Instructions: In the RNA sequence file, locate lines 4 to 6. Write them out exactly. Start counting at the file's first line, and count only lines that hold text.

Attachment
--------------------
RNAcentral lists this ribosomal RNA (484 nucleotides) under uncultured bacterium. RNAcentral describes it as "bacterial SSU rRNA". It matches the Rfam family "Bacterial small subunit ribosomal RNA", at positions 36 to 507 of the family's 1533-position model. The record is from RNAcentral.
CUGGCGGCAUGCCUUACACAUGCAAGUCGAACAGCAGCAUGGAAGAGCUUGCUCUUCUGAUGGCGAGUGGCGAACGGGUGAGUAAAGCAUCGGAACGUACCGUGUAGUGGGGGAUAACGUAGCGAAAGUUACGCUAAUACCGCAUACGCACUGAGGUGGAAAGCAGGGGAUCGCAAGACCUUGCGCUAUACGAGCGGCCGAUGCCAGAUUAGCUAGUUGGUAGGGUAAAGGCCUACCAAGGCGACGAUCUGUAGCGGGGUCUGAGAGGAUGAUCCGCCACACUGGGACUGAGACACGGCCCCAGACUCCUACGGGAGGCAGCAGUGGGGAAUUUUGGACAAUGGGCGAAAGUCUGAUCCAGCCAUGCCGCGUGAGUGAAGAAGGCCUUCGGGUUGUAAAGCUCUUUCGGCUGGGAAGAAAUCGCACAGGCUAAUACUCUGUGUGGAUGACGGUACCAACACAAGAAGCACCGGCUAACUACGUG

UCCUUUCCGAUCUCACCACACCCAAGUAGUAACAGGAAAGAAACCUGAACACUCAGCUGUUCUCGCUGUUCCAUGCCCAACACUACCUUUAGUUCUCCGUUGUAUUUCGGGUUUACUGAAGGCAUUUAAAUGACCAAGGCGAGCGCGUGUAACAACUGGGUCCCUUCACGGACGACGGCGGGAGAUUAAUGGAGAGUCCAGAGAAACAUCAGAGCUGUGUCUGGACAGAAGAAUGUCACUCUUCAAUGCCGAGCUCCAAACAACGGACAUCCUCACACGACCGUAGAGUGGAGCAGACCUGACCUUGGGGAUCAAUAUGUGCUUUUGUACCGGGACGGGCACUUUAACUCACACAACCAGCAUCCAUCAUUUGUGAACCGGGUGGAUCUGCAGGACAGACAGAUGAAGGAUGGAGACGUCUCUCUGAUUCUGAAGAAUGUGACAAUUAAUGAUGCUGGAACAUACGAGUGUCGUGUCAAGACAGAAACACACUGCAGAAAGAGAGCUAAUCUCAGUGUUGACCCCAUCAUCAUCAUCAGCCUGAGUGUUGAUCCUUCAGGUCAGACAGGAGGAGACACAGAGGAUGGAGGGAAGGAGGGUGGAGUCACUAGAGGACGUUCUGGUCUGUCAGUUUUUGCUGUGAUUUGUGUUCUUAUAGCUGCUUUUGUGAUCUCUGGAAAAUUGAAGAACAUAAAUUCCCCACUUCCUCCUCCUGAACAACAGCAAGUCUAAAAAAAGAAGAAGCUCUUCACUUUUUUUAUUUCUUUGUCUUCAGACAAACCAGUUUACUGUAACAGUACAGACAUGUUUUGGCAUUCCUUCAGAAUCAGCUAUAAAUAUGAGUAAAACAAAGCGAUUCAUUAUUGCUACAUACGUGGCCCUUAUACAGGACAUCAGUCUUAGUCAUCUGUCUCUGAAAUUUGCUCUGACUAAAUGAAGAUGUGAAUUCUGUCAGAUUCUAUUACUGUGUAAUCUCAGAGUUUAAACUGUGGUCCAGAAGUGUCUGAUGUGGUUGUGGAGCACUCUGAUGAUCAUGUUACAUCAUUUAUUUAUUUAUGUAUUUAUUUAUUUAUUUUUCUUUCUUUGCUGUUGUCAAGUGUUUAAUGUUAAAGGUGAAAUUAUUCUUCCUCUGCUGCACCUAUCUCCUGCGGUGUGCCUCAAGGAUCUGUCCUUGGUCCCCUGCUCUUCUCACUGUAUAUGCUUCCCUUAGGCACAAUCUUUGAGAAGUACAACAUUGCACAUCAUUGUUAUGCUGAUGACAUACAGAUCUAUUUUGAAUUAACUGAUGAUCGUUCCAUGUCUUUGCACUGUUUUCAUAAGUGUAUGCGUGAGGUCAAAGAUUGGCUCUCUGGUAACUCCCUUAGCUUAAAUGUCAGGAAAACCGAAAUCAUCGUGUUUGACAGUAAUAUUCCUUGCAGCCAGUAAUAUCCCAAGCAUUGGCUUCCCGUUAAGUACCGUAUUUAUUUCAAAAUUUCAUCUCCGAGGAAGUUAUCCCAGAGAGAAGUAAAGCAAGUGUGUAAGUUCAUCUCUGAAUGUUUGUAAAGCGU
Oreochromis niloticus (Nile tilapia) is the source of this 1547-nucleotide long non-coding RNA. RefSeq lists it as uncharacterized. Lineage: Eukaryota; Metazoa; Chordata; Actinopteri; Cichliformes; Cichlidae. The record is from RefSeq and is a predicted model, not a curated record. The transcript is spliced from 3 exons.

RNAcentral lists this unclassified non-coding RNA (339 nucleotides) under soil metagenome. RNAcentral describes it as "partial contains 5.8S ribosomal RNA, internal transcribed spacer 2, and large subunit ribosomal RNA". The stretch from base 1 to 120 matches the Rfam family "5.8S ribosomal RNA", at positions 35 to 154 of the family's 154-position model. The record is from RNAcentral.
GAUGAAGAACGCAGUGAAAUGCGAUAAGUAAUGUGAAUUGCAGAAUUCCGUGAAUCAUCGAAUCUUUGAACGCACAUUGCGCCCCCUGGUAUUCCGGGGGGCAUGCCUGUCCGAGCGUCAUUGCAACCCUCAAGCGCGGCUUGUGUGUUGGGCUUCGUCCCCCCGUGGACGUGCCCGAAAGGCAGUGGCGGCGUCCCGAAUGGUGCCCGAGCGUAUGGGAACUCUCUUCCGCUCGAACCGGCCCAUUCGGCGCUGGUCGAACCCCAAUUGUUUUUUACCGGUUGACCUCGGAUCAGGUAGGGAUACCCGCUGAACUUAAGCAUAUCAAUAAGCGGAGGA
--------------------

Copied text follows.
Oreochromis niloticus (Nile tilapia) is the source of this 1547-nucleotide long non-coding RNA. RefSeq lists it as uncharacterized. Lineage: Eukaryota; Metazoa; Chordata; Actinopteri; Cichliformes; Cichlidae. The record is from RefSeq and is a predicted model, not a curated record. The transcript is spliced from 3 exons.

RNAcentral lists this unclassified non-coding RNA (339 nucleotides) under soil metagenome. RNAcentral describes it as "partial contains 5.8S ribosomal RNA, internal transcribed spacer 2, and large subunit ribosomal RNA". The stretch from base 1 to 120 matches the Rfam family "5.8S ribosomal RNA", at positions 35 to 154 of the family's 154-position model. The record is from RNAcentral.
GAUGAAGAACGCAGUGAAAUGCGAUAAGUAAUGUGAAUUGCAGAAUUCCGUGAAUCAUCGAAUCUUUGAACGCACAUUGCGCCCCCUGGUAUUCCGGGGGGCAUGCCUGUCCGAGCGUCAUUGCAACCCUCAAGCGCGGCUUGUGUGUUGGGCUUCGUCCCCCCGUGGACGUGCCCGAAAGGCAGUGGCGGCGUCCCGAAUGGUGCCCGAGCGUAUGGGAACUCUCUUCCGCUCGAACCGGCCCAUUCGGCGCUGGUCGAACCCCAAUUGUUUUUUACCGGUUGACCUCGGAUCAGGUAGGGAUACCCGCUGAACUUAAGCAUAUCAAUAAGCGGAGGA